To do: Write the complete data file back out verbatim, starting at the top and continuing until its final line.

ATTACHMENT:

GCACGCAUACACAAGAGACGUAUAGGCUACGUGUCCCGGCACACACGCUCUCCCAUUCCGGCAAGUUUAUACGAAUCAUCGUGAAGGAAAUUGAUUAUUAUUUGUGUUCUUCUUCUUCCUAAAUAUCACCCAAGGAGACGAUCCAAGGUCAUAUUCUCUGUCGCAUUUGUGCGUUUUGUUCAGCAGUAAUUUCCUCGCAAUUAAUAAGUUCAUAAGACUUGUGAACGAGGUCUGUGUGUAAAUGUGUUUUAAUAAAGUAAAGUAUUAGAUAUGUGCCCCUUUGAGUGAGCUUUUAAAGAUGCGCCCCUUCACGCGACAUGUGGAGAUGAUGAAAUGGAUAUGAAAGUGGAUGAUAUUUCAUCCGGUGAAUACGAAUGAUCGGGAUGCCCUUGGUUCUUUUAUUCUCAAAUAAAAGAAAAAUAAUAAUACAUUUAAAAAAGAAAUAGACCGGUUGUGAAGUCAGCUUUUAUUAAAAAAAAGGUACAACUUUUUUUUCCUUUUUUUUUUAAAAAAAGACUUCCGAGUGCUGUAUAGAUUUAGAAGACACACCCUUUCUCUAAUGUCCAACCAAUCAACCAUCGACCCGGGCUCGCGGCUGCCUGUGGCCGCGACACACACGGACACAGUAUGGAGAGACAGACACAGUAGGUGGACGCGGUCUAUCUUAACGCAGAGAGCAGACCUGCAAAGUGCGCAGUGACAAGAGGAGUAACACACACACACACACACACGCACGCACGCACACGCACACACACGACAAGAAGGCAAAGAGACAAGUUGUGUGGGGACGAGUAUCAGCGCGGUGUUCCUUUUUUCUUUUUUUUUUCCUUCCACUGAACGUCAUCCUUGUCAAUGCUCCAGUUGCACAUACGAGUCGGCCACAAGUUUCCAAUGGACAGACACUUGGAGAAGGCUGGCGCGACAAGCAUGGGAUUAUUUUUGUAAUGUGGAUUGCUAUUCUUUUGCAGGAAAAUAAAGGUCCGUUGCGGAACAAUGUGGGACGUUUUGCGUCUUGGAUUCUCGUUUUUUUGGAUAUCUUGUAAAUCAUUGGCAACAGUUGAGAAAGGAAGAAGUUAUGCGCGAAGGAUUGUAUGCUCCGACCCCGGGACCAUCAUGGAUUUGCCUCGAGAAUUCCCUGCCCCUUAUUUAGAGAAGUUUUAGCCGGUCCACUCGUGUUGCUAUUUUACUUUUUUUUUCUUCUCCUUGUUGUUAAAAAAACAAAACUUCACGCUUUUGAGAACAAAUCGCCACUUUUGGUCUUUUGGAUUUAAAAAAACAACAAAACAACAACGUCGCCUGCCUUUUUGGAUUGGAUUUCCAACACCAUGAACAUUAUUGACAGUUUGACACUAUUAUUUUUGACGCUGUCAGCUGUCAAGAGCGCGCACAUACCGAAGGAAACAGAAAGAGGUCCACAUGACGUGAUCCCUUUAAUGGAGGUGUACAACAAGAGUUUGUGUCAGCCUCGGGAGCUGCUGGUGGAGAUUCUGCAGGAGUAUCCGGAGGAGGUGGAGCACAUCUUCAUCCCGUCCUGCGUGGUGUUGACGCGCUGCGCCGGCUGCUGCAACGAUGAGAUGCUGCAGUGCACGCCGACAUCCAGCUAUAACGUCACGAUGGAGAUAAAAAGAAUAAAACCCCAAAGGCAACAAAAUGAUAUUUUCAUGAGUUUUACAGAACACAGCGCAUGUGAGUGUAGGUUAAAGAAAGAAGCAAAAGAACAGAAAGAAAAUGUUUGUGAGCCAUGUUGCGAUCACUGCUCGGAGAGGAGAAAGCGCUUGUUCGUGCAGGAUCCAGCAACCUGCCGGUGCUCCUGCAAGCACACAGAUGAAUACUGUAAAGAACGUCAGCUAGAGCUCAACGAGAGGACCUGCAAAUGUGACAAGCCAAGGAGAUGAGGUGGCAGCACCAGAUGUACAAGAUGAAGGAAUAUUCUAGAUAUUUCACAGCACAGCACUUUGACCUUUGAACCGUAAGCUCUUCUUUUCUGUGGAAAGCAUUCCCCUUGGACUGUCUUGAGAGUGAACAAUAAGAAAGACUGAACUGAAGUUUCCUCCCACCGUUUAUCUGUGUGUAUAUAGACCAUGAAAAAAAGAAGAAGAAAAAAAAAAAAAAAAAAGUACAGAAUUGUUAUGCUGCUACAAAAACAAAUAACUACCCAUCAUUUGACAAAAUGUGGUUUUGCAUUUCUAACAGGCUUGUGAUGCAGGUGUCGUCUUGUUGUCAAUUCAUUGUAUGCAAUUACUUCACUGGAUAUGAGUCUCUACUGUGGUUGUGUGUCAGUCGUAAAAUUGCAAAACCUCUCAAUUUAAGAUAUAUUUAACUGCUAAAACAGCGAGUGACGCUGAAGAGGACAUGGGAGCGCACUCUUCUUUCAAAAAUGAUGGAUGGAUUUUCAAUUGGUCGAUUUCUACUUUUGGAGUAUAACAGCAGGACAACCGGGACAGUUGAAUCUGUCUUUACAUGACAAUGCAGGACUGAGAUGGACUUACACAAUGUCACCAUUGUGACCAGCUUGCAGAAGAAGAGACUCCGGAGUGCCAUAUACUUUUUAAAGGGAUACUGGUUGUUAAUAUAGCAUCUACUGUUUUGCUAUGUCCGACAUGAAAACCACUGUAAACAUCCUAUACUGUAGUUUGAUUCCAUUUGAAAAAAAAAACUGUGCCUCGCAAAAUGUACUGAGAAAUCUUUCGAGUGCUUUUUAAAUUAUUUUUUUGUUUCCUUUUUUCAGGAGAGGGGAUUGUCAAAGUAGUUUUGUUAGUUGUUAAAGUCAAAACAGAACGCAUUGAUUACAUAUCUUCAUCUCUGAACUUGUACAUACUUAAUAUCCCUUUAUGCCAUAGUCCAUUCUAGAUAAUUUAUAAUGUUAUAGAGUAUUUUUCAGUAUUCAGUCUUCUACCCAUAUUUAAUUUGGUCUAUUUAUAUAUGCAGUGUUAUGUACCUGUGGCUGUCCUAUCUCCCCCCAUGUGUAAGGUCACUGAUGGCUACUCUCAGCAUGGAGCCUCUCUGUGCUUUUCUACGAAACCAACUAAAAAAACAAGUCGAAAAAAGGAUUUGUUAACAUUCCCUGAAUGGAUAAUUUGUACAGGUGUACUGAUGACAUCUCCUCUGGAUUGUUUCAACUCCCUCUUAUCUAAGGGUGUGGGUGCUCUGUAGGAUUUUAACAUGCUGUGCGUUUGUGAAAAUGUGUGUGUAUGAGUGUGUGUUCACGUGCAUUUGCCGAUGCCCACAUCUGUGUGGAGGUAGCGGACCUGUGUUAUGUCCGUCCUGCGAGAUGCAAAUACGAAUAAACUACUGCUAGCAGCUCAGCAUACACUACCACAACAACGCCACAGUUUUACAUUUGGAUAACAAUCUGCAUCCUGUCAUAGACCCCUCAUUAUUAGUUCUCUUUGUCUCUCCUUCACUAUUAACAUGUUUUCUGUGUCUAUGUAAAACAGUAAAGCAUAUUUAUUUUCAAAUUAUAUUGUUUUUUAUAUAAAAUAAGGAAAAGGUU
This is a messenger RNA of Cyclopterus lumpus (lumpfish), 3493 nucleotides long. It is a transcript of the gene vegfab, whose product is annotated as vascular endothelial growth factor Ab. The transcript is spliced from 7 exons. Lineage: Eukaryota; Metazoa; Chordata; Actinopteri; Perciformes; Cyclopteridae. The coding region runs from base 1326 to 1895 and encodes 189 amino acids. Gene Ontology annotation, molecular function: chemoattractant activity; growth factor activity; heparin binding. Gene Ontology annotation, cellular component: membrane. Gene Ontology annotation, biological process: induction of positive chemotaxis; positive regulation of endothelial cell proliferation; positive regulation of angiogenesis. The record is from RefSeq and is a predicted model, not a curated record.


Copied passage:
GCACGCAUACACAAGAGACGUAUAGGCUACGUGUCCCGGCACACACGCUCUCCCAUUCCGGCAAGUUUAUACGAAUCAUCGUGAAGGAAAUUGAUUAUUAUUUGUGUUCUUCUUCUUCCUAAAUAUCACCCAAGGAGACGAUCCAAGGUCAUAUUCUCUGUCGCAUUUGUGCGUUUUGUUCAGCAGUAAUUUCCUCGCAAUUAAUAAGUUCAUAAGACUUGUGAACGAGGUCUGUGUGUAAAUGUGUUUUAAUAAAGUAAAGUAUUAGAUAUGUGCCCCUUUGAGUGAGCUUUUAAAGAUGCGCCCCUUCACGCGACAUGUGGAGAUGAUGAAAUGGAUAUGAAAGUGGAUGAUAUUUCAUCCGGUGAAUACGAAUGAUCGGGAUGCCCUUGGUUCUUUUAUUCUCAAAUAAAAGAAAAAUAAUAAUACAUUUAAAAAAGAAAUAGACCGGUUGUGAAGUCAGCUUUUAUUAAAAAAAAGGUACAACUUUUUUUUCCUUUUUUUUUUAAAAAAAGACUUCCGAGUGCUGUAUAGAUUUAGAAGACACACCCUUUCUCUAAUGUCCAACCAAUCAACCAUCGACCCGGGCUCGCGGCUGCCUGUGGCCGCGACACACACGGACACAGUAUGGAGAGACAGACACAGUAGGUGGACGCGGUCUAUCUUAACGCAGAGAGCAGACCUGCAAAGUGCGCAGUGACAAGAGGAGUAACACACACACACACACACACGCACGCACGCACACGCACACACACGACAAGAAGGCAAAGAGACAAGUUGUGUGGGGACGAGUAUCAGCGCGGUGUUCCUUUUUUCUUUUUUUUUUCCUUCCACUGAACGUCAUCCUUGUCAAUGCUCCAGUUGCACAUACGAGUCGGCCACAAGUUUCCAAUGGACAGACACUUGGAGAAGGCUGGCGCGACAAGCAUGGGAUUAUUUUUGUAAUGUGGAUUGCUAUUCUUUUGCAGGAAAAUAAAGGUCCGUUGCGGAACAAUGUGGGACGUUUUGCGUCUUGGAUUCUCGUUUUUUUGGAUAUCUUGUAAAUCAUUGGCAACAGUUGAGAAAGGAAGAAGUUAUGCGCGAAGGAUUGUAUGCUCCGACCCCGGGACCAUCAUGGAUUUGCCUCGAGAAUUCCCUGCCCCUUAUUUAGAGAAGUUUUAGCCGGUCCACUCGUGUUGCUAUUUUACUUUUUUUUUCUUCUCCUUGUUGUUAAAAAAACAAAACUUCACGCUUUUGAGAACAAAUCGCCACUUUUGGUCUUUUGGAUUUAAAAAAACAACAAAACAACAACGUCGCCUGCCUUUUUGGAUUGGAUUUCCAACACCAUGAACAUUAUUGACAGUUUGACACUAUUAUUUUUGACGCUGUCAGCUGUCAAGAGCGCGCACAUACCGAAGGAAACAGAAAGAGGUCCACAUGACGUGAUCCCUUUAAUGGAGGUGUACAACAAGAGUUUGUGUCAGCCUCGGGAGCUGCUGGUGGAGAUUCUGCAGGAGUAUCCGGAGGAGGUGGAGCACAUCUUCAUCCCGUCCUGCGUGGUGUUGACGCGCUGCGCCGGCUGCUGCAACGAUGAGAUGCUGCAGUGCACGCCGACAUCCAGCUAUAACGUCACGAUGGAGAUAAAAAGAAUAAAACCCCAAAGGCAACAAAAUGAUAUUUUCAUGAGUUUUACAGAACACAGCGCAUGUGAGUGUAGGUUAAAGAAAGAAGCAAAAGAACAGAAAGAAAAUGUUUGUGAGCCAUGUUGCGAUCACUGCUCGGAGAGGAGAAAGCGCUUGUUCGUGCAGGAUCCAGCAACCUGCCGGUGCUCCUGCAAGCACACAGAUGAAUACUGUAAAGAACGUCAGCUAGAGCUCAACGAGAGGACCUGCAAAUGUGACAAGCCAAGGAGAUGAGGUGGCAGCACCAGAUGUACAAGAUGAAGGAAUAUUCUAGAUAUUUCACAGCACAGCACUUUGACCUUUGAACCGUAAGCUCUUCUUUUCUGUGGAAAGCAUUCCCCUUGGACUGUCUUGAGAGUGAACAAUAAGAAAGACUGAACUGAAGUUUCCUCCCACCGUUUAUCUGUGUGUAUAUAGACCAUGAAAAAAAGAAGAAGAAAAAAAAAAAAAAAAAAGUACAGAAUUGUUAUGCUGCUACAAAAACAAAUAACUACCCAUCAUUUGACAAAAUGUGGUUUUGCAUUUCUAACAGGCUUGUGAUGCAGGUGUCGUCUUGUUGUCAAUUCAUUGUAUGCAAUUACUUCACUGGAUAUGAGUCUCUACUGUGGUUGUGUGUCAGUCGUAAAAUUGCAAAACCUCUCAAUUUAAGAUAUAUUUAACUGCUAAAACAGCGAGUGACGCUGAAGAGGACAUGGGAGCGCACUCUUCUUUCAAAAAUGAUGGAUGGAUUUUCAAUUGGUCGAUUUCUACUUUUGGAGUAUAACAGCAGGACAACCGGGACAGUUGAAUCUGUCUUUACAUGACAAUGCAGGACUGAGAUGGACUUACACAAUGUCACCAUUGUGACCAGCUUGCAGAAGAAGAGACUCCGGAGUGCCAUAUACUUUUUAAAGGGAUACUGGUUGUUAAUAUAGCAUCUACUGUUUUGCUAUGUCCGACAUGAAAACCACUGUAAACAUCCUAUACUGUAGUUUGAUUCCAUUUGAAAAAAAAAACUGUGCCUCGCAAAAUGUACUGAGAAAUCUUUCGAGUGCUUUUUAAAUUAUUUUUUUGUUUCCUUUUUUCAGGAGAGGGGAUUGUCAAAGUAGUUUUGUUAGUUGUUAAAGUCAAAACAGAACGCAUUGAUUACAUAUCUUCAUCUCUGAACUUGUACAUACUUAAUAUCCCUUUAUGCCAUAGUCCAUUCUAGAUAAUUUAUAAUGUUAUAGAGUAUUUUUCAGUAUUCAGUCUUCUACCCAUAUUUAAUUUGGUCUAUUUAUAUAUGCAGUGUUAUGUACCUGUGGCUGUCCUAUCUCCCCCCAUGUGUAAGGUCACUGAUGGCUACUCUCAGCAUGGAGCCUCUCUGUGCUUUUCUACGAAACCAACUAAAAAAACAAGUCGAAAAAAGGAUUUGUUAACAUUCCCUGAAUGGAUAAUUUGUACAGGUGUACUGAUGACAUCUCCUCUGGAUUGUUUCAACUCCCUCUUAUCUAAGGGUGUGGGUGCUCUGUAGGAUUUUAACAUGCUGUGCGUUUGUGAAAAUGUGUGUGUAUGAGUGUGUGUUCACGUGCAUUUGCCGAUGCCCACAUCUGUGUGGAGGUAGCGGACCUGUGUUAUGUCCGUCCUGCGAGAUGCAAAUACGAAUAAACUACUGCUAGCAGCUCAGCAUACACUACCACAACAACGCCACAGUUUUACAUUUGGAUAACAAUCUGCAUCCUGUCAUAGACCCCUCAUUAUUAGUUCUCUUUGUCUCUCCUUCACUAUUAACAUGUUUUCUGUGUCUAUGUAAAACAGUAAAGCAUAUUUAUUUUCAAAUUAUAUUGUUUUUUAUAUAAAAUAAGGAAAAGGUU
This is a messenger RNA of Cyclopterus lumpus (lumpfish), 3493 nucleotides long. It is a transcript of the gene vegfab, whose product is annotated as vascular endothelial growth factor Ab. The transcript is spliced from 7 exons. Lineage: Eukaryota; Metazoa; Chordata; Actinopteri; Perciformes; Cyclopteridae. The coding region runs from base 1326 to 1895 and encodes 189 amino acids. Gene Ontology annotation, molecular function: chemoattractant activity; growth factor activity; heparin binding. Gene Ontology annotation, cellular component: membrane. Gene Ontology annotation, biological process: induction of positive chemotaxis; positive regulation of endothelial cell proliferation; positive regulation of angiogenesis. The record is from RefSeq and is a predicted model, not a curated record.